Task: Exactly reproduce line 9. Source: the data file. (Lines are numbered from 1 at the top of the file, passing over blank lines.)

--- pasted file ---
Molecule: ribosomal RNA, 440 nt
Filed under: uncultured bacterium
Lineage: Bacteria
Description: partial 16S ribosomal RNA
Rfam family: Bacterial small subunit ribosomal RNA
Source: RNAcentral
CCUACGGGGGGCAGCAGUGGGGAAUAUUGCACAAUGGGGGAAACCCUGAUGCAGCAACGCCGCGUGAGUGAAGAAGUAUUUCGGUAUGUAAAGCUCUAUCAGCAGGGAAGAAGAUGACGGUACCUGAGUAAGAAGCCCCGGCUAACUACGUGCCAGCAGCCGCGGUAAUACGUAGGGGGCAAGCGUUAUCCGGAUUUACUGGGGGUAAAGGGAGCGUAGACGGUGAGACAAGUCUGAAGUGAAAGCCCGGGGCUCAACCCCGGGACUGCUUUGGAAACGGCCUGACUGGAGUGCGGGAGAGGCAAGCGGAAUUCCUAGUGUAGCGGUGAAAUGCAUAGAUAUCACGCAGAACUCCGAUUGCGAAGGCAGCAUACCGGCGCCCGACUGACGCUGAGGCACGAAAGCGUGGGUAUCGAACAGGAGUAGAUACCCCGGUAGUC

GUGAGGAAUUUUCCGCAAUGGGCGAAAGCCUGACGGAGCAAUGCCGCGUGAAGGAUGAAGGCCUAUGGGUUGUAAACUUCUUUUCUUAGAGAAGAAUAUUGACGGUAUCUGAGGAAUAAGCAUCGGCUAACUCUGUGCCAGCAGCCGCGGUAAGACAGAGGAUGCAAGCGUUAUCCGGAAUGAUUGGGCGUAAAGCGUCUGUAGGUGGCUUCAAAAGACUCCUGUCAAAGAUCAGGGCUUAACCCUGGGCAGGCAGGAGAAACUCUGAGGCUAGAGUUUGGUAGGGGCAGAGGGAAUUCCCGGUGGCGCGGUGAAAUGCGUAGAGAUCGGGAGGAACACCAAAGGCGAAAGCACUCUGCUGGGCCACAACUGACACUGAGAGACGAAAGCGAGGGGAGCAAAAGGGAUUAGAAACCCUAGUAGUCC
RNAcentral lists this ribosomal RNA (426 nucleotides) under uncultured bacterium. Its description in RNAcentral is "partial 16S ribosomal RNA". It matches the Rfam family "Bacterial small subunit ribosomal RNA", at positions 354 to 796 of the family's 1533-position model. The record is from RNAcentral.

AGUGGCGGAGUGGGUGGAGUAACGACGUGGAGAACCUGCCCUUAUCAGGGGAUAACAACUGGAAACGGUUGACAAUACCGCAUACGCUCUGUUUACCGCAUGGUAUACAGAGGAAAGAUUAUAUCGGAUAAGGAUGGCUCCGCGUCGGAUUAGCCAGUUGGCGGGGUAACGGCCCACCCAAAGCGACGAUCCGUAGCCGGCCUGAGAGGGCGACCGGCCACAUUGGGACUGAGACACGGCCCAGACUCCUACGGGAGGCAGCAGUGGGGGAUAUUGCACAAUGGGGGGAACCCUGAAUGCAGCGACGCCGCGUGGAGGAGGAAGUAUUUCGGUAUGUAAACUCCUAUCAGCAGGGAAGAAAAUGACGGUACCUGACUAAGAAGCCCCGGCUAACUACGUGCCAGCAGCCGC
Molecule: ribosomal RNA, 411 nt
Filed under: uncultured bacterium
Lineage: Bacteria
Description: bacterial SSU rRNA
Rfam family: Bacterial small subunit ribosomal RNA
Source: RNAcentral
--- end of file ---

RNAcentral lists this ribosomal RNA (426 nucleotides) under uncultured bacterium. Its description in RNAcentral is "partial 16S ribosomal RNA". It matches the Rfam family "Bacterial small subunit ribosomal RNA", at positions 354 to 796 of the family's 1533-position model. The record is from RNAcentral.